Is Money an Emergent Phenomenon?
The two economists that have most informed my view of the current macroeconomy are Arnold Kling and Scott Sumner. In both cases, their models and explanations make sense to me. They use solid reasoning and evidence; I don’t feel I’m getting a lot of hand waving. Unfortunately, at first glance, their views seem mutually exclusive. Kling believes business cycles are the result of many planning errors by individual agents (for example, this recent post and this follow up). Sumner believes business cycles are the result of contractionary monetary policy by the central bank (for example, this recent post and this one).
How can they both be right? I think they are operating at different levels. Yes, individual agents make their particular planning decisions. In aggregate, these decisions drive monetary variables like interest rates, exchange rates, liquidity demand, etc. However, these variables then feed back into the next round of planning decisions. Moreover, at least some of these plans take into account the effect of the agent’s actions on the monetary variables. So you get classic chaotic/complex behavior with temporarily stable attractors, perturbations, and establishing new regimes. There may even be aspects of synchronized chaos. I think the monetary variables are the key emergent phenomena here. They are like “meta prices” that provide a shared signal across just about every modern economic endeavor.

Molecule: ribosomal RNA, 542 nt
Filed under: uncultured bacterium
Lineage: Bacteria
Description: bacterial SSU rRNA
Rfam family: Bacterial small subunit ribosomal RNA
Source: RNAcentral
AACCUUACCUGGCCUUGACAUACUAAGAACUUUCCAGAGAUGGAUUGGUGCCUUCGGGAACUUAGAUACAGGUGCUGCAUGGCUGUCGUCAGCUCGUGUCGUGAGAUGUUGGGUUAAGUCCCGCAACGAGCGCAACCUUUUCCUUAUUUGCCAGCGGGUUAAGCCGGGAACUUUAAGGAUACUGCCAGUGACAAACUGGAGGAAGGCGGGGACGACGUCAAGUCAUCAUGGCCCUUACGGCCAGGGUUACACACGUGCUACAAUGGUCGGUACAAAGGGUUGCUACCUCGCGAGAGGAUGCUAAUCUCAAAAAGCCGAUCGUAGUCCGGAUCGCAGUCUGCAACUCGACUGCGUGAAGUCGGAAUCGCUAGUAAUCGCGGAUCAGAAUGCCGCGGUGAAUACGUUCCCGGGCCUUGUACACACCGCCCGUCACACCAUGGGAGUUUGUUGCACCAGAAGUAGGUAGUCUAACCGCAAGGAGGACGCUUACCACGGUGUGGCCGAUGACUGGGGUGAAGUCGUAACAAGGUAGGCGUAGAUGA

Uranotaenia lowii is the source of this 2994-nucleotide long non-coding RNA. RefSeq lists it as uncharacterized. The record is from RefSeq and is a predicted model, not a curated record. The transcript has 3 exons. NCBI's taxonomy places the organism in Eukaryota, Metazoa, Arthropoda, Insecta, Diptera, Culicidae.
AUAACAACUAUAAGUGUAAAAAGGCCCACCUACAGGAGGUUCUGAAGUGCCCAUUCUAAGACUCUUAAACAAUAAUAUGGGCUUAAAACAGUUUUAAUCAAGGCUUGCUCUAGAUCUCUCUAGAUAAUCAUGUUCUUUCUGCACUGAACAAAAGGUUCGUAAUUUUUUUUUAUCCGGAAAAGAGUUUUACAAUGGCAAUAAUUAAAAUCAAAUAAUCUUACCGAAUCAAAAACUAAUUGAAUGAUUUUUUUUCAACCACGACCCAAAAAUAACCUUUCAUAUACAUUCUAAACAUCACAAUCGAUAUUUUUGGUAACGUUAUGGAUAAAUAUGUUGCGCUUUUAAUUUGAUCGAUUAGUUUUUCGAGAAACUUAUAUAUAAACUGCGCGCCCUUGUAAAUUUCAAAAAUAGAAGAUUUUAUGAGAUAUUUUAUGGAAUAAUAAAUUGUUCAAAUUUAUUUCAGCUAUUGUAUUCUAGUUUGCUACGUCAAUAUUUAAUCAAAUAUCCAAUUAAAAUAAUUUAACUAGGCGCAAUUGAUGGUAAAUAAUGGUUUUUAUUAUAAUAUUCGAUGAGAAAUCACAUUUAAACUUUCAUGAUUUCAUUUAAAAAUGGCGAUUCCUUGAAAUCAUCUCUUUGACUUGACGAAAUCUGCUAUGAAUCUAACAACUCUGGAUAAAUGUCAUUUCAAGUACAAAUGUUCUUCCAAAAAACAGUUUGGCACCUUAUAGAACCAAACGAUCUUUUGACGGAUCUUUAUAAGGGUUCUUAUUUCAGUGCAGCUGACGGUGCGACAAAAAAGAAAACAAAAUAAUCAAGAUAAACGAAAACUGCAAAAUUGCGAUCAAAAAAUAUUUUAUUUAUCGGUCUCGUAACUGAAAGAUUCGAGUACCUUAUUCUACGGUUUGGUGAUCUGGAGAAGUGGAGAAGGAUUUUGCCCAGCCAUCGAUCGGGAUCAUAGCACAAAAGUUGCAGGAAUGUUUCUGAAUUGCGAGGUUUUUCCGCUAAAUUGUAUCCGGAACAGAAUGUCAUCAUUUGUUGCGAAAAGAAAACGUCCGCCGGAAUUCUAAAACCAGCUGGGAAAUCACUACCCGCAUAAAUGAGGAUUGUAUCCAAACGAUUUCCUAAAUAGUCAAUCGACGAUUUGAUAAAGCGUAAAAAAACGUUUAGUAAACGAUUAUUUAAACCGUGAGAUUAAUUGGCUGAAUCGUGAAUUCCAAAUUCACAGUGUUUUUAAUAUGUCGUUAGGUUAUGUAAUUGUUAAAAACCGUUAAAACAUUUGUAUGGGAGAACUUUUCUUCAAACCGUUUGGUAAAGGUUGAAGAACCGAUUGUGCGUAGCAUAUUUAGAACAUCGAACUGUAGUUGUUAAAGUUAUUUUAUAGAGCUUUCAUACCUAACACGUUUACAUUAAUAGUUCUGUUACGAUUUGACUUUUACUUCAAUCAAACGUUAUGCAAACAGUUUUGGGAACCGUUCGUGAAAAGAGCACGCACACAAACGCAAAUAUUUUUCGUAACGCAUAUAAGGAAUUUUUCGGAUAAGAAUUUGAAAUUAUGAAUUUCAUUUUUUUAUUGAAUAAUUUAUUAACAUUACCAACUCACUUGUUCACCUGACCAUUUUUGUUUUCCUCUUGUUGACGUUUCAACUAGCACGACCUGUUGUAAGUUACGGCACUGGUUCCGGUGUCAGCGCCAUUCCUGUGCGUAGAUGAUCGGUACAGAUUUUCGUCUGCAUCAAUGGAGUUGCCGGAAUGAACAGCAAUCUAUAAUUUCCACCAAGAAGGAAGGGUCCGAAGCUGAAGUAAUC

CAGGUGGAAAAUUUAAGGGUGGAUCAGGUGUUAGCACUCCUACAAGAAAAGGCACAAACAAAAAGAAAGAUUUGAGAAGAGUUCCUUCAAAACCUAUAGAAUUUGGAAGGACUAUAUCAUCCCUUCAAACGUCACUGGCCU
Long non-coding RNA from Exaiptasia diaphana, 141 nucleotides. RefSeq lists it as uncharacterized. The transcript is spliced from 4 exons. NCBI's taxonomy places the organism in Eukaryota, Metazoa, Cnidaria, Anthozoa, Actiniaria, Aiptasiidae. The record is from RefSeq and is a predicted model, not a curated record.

Food for thought. I’m going to keep this in mind when processing future articles on the economy and see if it helps my thinking.